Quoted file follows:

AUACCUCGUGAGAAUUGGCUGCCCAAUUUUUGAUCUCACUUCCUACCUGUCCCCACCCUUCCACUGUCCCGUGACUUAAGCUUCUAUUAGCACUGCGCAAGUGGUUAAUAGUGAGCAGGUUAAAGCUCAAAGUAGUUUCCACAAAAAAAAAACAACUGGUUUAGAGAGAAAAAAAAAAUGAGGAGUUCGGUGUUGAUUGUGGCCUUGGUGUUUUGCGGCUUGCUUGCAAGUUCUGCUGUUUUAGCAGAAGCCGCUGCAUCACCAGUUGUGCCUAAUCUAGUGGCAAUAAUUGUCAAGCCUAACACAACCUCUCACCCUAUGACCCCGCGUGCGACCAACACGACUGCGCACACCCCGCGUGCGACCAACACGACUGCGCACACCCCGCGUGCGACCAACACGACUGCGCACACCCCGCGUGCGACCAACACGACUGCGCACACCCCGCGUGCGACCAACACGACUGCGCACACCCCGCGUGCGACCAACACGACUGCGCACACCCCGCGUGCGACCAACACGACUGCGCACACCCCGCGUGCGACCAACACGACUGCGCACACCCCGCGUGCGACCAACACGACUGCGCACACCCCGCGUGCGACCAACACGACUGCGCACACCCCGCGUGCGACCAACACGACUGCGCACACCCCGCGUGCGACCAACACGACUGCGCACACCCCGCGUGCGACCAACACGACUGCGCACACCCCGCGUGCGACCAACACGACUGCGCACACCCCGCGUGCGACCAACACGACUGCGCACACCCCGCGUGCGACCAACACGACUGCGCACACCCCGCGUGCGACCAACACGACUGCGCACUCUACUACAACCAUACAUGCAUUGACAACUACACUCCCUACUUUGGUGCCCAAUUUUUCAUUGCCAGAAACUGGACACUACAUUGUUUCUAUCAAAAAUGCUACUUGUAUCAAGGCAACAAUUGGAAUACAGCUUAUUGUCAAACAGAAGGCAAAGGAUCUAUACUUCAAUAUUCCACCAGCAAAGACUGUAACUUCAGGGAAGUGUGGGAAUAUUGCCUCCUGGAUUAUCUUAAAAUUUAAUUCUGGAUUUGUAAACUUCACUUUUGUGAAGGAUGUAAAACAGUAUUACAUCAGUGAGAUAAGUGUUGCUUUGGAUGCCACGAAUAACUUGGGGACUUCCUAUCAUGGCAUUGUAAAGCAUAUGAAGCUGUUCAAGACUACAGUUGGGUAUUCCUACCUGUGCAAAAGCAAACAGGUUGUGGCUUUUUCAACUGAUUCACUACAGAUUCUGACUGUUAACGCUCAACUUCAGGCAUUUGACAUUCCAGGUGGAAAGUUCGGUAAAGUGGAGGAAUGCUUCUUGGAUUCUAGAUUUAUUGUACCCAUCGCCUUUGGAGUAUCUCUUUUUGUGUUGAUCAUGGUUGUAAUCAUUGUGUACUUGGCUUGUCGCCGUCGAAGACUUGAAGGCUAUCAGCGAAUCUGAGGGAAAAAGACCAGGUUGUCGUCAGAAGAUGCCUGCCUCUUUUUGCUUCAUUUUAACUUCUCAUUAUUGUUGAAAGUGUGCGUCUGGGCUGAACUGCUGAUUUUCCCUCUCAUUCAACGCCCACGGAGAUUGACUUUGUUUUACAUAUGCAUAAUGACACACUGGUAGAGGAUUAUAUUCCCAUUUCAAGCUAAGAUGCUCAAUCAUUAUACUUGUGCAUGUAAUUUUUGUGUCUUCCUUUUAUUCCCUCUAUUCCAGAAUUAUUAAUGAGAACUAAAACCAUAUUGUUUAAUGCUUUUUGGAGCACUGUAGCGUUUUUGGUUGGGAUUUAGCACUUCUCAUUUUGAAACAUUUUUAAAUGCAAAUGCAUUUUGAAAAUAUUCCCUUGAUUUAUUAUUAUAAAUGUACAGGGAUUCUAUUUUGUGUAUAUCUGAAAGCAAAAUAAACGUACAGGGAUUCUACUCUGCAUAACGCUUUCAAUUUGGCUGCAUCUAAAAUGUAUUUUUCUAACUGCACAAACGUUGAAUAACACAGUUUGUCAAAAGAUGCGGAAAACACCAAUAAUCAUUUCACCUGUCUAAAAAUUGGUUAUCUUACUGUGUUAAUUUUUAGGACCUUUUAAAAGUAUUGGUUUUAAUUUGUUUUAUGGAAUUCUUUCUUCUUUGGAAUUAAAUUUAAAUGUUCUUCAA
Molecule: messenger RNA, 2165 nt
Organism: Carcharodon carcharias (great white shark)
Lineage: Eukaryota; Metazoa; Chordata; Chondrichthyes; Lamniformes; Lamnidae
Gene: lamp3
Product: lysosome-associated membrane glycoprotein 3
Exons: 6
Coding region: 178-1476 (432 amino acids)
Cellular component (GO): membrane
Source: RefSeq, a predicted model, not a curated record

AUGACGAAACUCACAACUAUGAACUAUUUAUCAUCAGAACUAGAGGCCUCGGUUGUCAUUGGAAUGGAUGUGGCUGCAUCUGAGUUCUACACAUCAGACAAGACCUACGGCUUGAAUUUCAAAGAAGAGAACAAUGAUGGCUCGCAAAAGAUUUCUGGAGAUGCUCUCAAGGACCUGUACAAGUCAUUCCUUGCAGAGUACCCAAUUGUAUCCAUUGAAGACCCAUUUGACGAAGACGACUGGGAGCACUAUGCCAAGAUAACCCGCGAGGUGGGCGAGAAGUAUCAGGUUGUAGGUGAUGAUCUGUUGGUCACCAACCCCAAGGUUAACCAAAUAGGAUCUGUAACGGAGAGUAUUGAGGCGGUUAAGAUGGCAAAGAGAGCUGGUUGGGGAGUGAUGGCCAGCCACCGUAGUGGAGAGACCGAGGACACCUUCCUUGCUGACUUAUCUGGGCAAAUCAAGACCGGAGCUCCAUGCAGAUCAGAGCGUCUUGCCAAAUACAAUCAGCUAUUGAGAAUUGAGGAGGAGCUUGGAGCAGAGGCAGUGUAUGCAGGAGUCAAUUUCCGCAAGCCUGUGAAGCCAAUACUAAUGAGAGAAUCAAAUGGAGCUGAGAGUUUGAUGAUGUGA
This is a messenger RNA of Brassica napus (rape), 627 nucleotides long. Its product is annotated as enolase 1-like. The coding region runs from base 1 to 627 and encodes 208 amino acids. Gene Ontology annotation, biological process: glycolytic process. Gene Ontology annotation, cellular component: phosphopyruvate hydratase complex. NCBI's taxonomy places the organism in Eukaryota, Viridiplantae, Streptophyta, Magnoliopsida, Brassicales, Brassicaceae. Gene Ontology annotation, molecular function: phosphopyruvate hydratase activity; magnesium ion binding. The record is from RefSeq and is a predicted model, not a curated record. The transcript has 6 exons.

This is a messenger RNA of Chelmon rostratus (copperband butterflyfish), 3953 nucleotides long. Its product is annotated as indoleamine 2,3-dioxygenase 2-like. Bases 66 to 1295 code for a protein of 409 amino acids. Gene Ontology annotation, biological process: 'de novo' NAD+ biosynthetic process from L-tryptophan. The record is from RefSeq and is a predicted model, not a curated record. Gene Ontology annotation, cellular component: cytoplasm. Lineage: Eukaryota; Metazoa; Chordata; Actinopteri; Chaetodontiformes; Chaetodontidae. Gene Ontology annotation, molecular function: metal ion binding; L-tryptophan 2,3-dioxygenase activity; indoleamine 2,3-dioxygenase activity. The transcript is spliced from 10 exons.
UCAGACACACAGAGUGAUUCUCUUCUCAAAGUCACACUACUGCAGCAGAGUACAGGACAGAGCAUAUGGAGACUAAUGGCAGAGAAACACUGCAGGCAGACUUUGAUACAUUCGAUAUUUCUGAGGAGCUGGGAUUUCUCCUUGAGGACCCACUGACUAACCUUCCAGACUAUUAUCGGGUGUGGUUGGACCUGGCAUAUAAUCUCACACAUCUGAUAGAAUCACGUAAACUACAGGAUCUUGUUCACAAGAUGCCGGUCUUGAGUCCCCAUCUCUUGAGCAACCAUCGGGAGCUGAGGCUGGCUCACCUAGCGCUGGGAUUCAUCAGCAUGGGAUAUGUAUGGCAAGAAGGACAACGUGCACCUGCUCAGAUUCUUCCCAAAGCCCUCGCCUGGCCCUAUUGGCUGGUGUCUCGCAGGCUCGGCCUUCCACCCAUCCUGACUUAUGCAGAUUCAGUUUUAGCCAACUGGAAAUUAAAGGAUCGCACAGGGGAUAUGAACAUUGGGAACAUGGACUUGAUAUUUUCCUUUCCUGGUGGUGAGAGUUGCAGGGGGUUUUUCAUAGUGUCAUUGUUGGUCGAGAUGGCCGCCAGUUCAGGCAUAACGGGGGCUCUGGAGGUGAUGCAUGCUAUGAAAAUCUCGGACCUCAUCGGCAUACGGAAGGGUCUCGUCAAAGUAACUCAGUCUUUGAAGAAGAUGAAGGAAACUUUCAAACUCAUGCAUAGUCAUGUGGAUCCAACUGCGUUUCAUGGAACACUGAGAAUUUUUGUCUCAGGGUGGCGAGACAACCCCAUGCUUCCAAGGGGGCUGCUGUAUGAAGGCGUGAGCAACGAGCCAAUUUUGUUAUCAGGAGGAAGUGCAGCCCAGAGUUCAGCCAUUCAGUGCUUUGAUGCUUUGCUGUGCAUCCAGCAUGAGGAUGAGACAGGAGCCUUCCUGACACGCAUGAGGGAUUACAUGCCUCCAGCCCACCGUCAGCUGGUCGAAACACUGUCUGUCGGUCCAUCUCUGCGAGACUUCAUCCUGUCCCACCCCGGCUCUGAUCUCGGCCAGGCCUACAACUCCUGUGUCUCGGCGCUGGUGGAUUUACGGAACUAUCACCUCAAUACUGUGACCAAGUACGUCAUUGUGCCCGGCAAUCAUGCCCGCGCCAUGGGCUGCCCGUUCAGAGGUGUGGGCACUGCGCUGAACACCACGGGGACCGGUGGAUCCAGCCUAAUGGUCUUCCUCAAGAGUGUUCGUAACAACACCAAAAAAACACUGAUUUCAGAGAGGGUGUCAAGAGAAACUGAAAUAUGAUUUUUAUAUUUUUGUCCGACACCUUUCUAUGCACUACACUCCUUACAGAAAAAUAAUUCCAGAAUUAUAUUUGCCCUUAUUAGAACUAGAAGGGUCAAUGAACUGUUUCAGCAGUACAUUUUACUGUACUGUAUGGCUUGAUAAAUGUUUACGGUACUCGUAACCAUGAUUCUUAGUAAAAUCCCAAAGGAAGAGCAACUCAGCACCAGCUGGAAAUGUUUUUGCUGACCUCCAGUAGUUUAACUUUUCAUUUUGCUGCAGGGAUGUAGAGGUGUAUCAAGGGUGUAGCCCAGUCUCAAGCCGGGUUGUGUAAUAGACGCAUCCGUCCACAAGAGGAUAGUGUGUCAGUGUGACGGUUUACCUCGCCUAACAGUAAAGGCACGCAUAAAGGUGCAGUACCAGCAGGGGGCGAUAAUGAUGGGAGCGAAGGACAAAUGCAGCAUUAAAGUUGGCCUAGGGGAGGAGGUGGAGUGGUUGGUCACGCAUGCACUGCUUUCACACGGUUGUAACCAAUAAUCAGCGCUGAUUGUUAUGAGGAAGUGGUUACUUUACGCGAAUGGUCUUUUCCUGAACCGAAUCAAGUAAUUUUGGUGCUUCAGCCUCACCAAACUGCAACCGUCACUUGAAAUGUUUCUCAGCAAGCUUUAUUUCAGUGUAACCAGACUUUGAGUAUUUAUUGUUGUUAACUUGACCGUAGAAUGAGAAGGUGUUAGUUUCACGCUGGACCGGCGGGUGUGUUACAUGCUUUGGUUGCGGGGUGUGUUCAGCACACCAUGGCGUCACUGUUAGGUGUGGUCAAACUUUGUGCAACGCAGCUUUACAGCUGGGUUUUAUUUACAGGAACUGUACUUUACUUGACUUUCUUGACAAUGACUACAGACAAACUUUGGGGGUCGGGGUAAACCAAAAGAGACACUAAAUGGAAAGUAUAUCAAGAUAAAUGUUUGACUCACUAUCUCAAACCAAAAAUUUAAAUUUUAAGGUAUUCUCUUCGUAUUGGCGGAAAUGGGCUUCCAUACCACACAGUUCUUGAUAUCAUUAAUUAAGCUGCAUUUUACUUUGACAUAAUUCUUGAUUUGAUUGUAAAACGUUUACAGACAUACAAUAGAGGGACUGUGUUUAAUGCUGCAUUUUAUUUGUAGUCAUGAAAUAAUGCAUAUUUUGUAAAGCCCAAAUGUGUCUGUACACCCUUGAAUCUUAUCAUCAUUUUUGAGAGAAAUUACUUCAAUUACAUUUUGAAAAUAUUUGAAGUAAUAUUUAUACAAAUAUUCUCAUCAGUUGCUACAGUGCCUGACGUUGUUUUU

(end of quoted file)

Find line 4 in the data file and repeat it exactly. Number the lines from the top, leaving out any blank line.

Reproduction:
Lineage: Eukaryota; Metazoa; Chordata; Chondrichthyes; Lamniformes; Lamnidae